Every Presidential candidate promises bipartisanship. Why? Because every Presidential candidate knows that the people that he needs to get to vote for him do not want business as usual.
And every President, when he gets in office, realizes that bipartisanship doesn’t work—that in order to get his big ideas through, he’ll have to work with his party alone and try to get the thing he wants through with the votes he has… or so he thinks.
Tyranny and the United States
The truth is that we are fed up with the status quo. We are tired of people with radical ideas believing that they have mandates because they squeeze by in an election and attribute and then getting us into more and more government. We’re tired of politicians that claim to have all the answers and then, even if they get their legislation passed, it just puts us under more tyranny.
We’re a divided nation—one with two very different sets of beliefs on a number of topics, but instead of trying to make it so we can live together in peace, each set of leaders inflicting or promoting their beliefs at the cost of the other universally.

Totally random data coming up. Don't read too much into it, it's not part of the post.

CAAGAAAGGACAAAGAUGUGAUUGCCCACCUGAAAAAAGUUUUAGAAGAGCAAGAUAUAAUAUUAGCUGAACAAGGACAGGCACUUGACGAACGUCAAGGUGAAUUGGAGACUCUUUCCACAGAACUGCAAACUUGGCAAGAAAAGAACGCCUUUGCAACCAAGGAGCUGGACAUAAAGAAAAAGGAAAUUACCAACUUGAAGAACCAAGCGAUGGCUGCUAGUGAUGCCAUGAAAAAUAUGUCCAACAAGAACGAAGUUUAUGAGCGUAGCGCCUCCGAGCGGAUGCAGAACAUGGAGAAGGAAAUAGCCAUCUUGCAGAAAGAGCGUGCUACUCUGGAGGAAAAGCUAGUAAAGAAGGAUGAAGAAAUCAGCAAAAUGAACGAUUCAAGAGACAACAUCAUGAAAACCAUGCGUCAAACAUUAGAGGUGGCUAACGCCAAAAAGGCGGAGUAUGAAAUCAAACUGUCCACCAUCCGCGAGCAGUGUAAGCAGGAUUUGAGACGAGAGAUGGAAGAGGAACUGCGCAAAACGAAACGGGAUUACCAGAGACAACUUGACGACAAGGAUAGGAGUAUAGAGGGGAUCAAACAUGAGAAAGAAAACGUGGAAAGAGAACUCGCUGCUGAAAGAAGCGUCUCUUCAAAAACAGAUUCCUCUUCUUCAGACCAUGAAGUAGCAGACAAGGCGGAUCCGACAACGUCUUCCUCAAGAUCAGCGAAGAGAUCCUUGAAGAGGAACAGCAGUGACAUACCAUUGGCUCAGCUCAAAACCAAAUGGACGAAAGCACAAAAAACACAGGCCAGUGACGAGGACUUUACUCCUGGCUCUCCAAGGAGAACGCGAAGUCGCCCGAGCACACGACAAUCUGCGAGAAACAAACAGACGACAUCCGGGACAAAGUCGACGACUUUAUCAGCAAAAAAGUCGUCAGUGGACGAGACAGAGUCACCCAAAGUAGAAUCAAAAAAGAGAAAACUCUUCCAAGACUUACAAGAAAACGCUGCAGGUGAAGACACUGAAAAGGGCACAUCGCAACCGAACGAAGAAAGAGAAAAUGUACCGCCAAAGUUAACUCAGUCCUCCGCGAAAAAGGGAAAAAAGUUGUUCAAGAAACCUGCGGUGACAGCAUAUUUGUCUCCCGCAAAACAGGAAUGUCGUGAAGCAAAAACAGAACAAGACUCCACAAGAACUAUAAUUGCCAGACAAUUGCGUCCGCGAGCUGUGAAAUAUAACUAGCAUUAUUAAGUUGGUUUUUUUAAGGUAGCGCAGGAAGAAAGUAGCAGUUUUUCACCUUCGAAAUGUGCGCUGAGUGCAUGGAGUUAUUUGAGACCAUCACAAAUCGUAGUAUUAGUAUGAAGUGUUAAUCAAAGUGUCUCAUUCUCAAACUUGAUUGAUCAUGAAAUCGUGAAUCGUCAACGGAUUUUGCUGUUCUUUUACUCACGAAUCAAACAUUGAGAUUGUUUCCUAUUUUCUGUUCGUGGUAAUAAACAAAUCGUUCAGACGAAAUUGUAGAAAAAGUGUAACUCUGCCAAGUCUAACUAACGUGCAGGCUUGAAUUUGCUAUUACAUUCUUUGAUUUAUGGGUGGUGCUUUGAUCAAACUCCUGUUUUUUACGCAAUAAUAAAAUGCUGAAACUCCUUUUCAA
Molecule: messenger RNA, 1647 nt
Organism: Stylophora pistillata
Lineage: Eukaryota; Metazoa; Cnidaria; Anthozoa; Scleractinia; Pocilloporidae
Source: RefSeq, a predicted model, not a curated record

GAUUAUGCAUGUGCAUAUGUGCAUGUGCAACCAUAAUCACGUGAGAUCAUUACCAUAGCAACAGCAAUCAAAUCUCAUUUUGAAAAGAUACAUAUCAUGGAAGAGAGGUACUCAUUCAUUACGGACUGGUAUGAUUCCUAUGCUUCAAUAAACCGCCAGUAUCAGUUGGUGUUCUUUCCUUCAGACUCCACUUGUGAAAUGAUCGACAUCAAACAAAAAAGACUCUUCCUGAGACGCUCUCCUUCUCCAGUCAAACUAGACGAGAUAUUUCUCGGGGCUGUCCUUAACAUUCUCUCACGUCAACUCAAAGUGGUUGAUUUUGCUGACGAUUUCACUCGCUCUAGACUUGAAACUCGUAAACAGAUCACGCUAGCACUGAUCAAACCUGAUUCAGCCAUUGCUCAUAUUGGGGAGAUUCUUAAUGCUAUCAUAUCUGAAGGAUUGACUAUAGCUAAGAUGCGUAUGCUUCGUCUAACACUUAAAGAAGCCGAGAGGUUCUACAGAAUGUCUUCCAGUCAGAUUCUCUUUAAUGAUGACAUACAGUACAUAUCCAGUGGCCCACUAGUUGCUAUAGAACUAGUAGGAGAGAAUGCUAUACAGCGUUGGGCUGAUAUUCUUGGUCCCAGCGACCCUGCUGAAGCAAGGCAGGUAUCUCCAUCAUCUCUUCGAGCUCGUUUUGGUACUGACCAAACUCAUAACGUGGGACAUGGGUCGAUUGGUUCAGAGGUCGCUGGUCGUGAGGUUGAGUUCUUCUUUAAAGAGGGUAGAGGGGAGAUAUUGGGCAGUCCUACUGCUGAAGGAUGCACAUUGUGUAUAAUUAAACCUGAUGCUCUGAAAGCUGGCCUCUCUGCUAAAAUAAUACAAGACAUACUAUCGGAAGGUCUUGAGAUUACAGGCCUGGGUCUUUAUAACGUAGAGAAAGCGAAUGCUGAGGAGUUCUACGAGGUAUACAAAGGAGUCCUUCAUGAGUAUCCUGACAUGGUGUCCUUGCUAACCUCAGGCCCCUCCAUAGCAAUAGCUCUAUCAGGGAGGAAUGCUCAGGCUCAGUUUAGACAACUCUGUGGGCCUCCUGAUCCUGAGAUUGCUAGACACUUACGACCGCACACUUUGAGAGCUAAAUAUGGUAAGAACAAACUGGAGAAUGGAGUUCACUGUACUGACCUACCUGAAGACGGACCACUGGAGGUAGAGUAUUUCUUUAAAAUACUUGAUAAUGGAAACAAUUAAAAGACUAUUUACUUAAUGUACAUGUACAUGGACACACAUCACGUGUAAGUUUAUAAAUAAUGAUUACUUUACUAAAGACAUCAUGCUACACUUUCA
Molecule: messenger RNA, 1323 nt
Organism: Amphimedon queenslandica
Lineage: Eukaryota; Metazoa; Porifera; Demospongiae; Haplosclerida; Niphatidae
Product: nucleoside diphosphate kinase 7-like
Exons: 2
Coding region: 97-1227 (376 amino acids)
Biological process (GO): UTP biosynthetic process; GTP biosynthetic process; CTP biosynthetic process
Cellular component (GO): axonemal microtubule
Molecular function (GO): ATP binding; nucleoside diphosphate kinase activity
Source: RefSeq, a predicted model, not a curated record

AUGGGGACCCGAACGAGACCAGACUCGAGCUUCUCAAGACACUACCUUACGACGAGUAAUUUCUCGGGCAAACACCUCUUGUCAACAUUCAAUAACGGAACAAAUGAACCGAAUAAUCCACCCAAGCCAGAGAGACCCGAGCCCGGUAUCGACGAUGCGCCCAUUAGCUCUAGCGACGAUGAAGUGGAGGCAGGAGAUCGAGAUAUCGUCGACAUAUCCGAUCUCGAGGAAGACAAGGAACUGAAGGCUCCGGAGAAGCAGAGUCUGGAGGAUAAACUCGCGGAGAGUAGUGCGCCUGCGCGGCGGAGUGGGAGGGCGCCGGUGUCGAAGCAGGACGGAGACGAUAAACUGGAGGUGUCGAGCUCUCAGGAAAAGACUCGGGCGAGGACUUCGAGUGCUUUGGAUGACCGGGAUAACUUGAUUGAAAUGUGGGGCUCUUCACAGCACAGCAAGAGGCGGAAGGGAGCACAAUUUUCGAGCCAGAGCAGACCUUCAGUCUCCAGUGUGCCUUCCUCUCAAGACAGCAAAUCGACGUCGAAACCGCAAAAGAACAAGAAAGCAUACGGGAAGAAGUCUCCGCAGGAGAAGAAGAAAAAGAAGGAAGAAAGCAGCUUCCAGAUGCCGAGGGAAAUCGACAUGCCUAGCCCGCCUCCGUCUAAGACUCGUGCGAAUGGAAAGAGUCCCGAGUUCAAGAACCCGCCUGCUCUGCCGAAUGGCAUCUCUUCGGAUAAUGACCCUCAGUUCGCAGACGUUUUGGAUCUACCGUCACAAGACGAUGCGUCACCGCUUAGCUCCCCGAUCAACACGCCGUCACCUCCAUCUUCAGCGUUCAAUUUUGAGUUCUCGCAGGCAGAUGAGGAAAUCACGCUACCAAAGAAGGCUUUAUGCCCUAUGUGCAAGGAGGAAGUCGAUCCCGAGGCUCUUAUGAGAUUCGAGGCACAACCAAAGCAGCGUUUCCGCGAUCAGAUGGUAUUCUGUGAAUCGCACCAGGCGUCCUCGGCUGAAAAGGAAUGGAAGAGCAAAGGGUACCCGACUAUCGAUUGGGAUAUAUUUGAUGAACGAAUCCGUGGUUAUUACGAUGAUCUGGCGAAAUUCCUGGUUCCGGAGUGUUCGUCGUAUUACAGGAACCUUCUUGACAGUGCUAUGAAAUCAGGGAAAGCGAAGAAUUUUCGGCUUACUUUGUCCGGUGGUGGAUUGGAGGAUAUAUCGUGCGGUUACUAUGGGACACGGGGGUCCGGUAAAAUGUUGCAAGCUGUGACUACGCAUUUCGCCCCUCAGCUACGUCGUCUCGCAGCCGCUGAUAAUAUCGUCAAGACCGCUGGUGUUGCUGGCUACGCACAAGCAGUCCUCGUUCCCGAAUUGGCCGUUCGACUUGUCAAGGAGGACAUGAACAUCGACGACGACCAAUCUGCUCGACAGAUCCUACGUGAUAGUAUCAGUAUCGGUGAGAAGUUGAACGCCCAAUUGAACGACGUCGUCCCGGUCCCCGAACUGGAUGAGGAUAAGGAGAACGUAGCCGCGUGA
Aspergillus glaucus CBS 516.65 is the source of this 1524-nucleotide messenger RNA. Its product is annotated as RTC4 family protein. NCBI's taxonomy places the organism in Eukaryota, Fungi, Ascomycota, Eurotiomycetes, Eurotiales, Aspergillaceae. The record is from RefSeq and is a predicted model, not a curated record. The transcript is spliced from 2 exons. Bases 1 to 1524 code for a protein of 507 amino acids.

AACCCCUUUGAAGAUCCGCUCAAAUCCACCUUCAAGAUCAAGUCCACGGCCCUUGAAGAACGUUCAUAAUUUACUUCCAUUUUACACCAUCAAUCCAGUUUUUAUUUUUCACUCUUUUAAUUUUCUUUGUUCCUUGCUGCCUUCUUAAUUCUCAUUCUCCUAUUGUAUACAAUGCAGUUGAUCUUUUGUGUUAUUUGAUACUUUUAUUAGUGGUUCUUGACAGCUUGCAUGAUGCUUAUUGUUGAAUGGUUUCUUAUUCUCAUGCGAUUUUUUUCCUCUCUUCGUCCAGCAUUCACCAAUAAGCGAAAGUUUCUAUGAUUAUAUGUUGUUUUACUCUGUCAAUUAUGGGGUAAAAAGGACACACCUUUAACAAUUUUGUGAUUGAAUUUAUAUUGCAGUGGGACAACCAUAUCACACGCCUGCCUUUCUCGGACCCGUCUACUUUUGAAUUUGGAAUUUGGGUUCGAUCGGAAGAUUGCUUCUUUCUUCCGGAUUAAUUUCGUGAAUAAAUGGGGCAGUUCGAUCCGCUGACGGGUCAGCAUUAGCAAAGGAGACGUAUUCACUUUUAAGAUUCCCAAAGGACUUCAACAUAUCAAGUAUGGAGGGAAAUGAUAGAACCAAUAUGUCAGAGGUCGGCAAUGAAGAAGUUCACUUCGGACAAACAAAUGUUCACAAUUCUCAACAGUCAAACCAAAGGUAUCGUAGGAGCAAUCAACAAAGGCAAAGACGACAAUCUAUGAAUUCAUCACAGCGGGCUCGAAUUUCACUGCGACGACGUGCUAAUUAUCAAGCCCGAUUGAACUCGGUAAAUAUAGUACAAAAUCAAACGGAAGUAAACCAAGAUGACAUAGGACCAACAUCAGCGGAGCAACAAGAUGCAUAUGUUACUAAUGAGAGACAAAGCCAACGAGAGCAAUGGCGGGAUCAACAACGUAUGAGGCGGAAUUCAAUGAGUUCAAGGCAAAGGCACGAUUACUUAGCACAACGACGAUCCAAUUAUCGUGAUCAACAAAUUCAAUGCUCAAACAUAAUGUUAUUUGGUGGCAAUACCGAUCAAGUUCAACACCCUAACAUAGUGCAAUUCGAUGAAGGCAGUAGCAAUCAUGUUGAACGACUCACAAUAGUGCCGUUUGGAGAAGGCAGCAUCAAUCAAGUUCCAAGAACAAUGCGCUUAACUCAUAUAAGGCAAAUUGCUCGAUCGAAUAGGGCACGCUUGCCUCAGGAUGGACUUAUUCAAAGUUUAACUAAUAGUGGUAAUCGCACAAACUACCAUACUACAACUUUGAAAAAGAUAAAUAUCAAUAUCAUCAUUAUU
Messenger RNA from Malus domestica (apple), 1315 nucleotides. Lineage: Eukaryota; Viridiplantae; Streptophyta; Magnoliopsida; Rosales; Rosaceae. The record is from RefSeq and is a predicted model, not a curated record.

Our Constitution was set up to limit government and to push as much rule to the closest government to us (local and state) rather than at the federal level. That way there could be groups of people that have a specific set of beliefs could be together, and we could still live in harmony. Now we force people to live under laws they consider immoral or illogical, and we continue to perpetuate and encourage animosity when we should be going after harmony.
Universal Health Care
No where is this more pronounced then what’s going on in the Federal Government with health care. President Obama believes that he has a mandate to provide Universal Health care at the federal level. Multiple states already have health care programs for everyone, but he believes we need another.
But President Obama believes in this so much, and wants it to work, that he’s willing to reach across the aisle and consider all sides of the issues before implementing a health care solution. He wants overwhelming majorities, and won’t make a move until everyone in the country both understands the problem, the solution and what he wants to do.
Well, that’s what we’d hope for, but instead what we’re getting is a series of procedural moves so that he can get the largest addition of spending added to our federal government through the Congress with the smallest number of votes possible. Does that sound bipartisan? Does that sound like something that’s in the best interest of the country?